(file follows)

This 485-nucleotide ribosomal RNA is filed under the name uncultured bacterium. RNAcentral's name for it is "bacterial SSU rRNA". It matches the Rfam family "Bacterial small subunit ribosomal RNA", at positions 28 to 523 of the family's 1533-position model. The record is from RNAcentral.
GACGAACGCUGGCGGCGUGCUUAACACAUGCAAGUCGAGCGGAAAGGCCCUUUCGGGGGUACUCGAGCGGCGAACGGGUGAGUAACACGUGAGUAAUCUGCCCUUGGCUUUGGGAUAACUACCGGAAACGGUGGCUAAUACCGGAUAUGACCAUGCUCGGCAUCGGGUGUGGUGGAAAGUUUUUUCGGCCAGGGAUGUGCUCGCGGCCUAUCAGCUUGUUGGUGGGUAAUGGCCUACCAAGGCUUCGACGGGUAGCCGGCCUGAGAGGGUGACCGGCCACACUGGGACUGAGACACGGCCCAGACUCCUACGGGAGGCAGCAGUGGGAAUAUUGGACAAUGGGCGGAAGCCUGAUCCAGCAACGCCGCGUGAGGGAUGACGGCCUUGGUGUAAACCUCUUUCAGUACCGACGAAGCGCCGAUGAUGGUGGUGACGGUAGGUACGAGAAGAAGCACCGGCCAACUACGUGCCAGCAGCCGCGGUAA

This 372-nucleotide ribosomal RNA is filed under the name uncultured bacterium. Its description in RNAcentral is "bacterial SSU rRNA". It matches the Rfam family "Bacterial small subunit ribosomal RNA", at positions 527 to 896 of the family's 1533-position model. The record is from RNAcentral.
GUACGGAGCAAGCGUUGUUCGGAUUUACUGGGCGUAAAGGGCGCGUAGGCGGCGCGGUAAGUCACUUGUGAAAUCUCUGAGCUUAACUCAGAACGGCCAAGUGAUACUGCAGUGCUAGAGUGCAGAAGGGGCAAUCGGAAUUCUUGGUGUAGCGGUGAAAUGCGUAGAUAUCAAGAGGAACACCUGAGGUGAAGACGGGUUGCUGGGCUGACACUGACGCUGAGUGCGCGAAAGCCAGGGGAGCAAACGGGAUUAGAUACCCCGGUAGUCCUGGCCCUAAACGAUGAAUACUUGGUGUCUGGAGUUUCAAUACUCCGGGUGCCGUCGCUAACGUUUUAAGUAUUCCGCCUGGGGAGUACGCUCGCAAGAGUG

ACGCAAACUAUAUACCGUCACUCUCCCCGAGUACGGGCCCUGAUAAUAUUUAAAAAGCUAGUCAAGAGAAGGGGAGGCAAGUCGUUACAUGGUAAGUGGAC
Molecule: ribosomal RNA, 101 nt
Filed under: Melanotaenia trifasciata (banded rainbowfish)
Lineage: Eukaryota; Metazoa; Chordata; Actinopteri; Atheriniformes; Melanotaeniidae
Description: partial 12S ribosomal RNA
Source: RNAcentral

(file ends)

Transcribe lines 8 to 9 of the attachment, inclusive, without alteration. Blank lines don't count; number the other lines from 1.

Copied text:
Lineage: Eukaryota; Metazoa; Chordata; Actinopteri; Atheriniformes; Melanotaeniidae
Description: partial 12S ribosomal RNA